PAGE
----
Check-in

A simple exercise to help young people practice daily mental health hygiene.

Time taken

5 minutes each day
or 15 minutes once a week

Number of people

1-to-1 or in a group

Age range

13+

What’s needed

You and young people will need:

  • Your usual method of communicating remotely and safely with your young person or group
  • Somewhere to capture thoughts; pen and paper, digital etc.

Things to consider

  • Consider whether it is more suitable for your young people to share in a group, or keep it private.

Getting set-up

  • You can run this in a number of ways. You might do this activity quickly every time you meet. You might do it once a week and spend more time creating in-depth answers. Or you might ask young people to take ownership of it and do it daily by themselves. They might keep a journal or record short videos.
  • It is all about giving young people a tool to “check-in” on their own mental health; to notice changes and to find grounding and routine.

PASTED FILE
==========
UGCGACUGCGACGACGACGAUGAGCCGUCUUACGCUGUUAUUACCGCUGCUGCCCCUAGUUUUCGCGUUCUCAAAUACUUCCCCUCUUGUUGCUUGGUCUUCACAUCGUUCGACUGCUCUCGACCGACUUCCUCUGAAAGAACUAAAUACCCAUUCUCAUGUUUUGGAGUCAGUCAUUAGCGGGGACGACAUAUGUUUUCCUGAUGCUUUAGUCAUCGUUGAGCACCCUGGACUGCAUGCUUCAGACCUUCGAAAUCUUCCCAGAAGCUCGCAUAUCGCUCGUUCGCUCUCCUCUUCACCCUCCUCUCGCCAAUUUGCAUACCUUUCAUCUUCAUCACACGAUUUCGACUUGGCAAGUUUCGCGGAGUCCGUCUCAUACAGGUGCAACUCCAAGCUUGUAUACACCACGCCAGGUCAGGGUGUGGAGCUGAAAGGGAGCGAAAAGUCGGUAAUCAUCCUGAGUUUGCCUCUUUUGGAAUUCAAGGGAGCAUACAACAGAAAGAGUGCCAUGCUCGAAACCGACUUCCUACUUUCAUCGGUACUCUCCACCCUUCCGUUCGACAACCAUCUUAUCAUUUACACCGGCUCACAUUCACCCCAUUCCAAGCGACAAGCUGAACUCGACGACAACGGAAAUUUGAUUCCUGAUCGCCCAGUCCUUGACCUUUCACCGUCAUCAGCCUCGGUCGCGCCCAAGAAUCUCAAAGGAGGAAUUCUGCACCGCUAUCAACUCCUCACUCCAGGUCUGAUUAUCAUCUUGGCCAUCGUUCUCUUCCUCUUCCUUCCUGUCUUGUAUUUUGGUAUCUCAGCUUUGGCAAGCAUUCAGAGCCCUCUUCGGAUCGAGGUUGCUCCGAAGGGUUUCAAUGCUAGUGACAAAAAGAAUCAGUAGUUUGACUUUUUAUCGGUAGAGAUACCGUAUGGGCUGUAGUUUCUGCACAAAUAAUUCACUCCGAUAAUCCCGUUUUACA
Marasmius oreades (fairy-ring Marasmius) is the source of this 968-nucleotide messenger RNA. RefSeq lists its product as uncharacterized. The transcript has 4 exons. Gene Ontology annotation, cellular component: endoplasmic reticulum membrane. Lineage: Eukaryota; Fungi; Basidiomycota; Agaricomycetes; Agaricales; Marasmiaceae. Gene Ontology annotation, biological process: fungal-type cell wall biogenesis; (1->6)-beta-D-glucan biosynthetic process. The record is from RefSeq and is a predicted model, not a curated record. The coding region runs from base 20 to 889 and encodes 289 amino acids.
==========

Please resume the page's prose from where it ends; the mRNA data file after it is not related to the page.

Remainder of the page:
Tip
How to introduce the activity
In the same way that we look after our teeth by brushing them everyday, we can look after our minds with simple habits like this.

Running the activity

  • Ask young people to think about and write answers for each of the following statements:
Something I am grateful for today/this week
Something I learned today/this week
Something I will do just for me today/this week
Something I need this week
  • Do you want young people to share their answers with each other and you? This can be a good way to help young people express how they are feeling and to learn from each other. Some young people might not be comfortable with sharing their answers. Don’t pressure them to do so. What is important is that they take the time to think about the answers for themselves. They don’t even need to write them down!

Adaptations

  • Answers can be written, drawn, spoken, sung, or even just thought.
  • Try “popcorn style” when asking young people to share back. “Popcorn style” means that anyone can share first, anyone can follow them and if anyone would like to stay silent, they can. It is called popcorn style because often you find that people are slow to share to begin with, but then everyone wants to jump in and share! Encourage to listen to each other without comment or judgement.